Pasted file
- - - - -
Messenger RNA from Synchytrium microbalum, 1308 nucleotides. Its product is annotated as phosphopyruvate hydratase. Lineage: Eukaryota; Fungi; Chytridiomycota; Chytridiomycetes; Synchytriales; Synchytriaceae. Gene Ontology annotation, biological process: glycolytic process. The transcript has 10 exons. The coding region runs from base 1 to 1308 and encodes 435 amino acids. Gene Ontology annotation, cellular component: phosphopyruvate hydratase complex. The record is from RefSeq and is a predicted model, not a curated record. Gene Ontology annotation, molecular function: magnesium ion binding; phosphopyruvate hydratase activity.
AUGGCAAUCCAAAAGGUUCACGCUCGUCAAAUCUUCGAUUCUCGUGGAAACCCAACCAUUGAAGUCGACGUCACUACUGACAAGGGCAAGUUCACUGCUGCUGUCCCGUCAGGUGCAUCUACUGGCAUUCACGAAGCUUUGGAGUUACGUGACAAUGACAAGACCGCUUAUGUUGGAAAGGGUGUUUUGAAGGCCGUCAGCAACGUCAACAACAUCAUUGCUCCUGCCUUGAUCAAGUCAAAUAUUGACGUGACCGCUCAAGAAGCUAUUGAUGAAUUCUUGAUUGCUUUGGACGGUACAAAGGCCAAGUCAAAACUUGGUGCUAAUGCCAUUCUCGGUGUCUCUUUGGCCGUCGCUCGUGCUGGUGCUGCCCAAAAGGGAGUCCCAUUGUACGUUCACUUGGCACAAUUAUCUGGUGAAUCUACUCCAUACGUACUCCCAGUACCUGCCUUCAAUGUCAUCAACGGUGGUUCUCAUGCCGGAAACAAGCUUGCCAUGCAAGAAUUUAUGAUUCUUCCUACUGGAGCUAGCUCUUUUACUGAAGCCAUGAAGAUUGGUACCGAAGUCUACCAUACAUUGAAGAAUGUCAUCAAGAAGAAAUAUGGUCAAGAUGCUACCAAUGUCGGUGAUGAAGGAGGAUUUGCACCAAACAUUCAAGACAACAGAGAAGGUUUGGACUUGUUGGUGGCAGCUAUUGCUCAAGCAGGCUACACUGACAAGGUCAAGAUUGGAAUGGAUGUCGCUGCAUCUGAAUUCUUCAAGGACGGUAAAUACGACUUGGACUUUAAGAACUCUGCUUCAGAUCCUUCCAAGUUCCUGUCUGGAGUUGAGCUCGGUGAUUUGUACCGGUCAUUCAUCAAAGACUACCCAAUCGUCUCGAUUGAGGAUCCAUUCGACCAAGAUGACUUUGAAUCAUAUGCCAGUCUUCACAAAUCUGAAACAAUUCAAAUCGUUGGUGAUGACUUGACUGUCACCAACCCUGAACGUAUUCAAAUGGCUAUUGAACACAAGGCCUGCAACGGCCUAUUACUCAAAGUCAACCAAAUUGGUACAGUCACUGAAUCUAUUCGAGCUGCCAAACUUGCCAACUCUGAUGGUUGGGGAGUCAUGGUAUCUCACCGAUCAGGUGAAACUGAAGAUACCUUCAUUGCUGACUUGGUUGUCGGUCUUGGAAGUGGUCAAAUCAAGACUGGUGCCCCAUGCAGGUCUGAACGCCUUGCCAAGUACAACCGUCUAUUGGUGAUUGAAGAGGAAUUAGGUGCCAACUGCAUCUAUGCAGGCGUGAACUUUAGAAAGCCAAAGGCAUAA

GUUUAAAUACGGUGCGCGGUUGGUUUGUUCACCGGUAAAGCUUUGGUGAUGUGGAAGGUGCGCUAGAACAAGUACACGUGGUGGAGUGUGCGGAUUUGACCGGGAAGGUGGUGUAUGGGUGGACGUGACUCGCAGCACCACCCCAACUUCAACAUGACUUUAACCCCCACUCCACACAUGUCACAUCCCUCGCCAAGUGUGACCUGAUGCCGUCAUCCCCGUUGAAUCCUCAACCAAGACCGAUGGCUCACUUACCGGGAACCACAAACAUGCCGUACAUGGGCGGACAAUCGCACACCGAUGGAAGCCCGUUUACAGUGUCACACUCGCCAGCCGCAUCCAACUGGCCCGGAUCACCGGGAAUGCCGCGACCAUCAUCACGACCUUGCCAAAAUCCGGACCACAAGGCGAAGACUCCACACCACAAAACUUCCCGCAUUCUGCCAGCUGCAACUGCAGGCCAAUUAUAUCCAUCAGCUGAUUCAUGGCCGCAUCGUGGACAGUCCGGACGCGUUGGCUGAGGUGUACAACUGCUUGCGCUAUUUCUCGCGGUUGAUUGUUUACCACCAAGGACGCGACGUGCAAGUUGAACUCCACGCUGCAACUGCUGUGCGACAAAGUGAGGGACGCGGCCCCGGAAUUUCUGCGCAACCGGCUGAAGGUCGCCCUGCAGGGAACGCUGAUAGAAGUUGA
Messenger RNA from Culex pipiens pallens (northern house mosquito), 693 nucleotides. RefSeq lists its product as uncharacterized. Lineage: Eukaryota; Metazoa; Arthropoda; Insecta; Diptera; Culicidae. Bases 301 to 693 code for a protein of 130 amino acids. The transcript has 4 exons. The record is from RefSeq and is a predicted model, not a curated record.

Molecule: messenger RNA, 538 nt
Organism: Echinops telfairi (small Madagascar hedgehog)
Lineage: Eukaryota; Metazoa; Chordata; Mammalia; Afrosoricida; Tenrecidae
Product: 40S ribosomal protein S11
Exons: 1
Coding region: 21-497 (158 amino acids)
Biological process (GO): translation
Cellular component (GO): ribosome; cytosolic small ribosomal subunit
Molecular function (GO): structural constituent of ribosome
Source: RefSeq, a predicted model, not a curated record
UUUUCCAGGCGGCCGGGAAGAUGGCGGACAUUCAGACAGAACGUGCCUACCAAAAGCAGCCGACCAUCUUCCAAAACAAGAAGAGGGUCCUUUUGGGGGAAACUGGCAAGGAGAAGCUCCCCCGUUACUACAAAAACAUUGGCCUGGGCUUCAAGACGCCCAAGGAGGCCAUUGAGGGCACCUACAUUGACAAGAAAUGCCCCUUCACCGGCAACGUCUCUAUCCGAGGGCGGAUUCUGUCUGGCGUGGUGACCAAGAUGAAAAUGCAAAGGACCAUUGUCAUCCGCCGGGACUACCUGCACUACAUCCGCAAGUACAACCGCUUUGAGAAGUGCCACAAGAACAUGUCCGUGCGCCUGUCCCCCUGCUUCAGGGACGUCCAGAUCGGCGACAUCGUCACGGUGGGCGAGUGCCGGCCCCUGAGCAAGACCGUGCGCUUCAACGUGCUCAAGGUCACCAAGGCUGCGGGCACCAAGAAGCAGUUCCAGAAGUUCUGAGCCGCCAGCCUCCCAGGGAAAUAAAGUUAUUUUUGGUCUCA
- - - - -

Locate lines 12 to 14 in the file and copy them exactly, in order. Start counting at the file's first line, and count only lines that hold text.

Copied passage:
Cellular component (GO): ribosome; cytosolic small ribosomal subunit
Molecular function (GO): structural constituent of ribosome
Source: RefSeq, a predicted model, not a curated record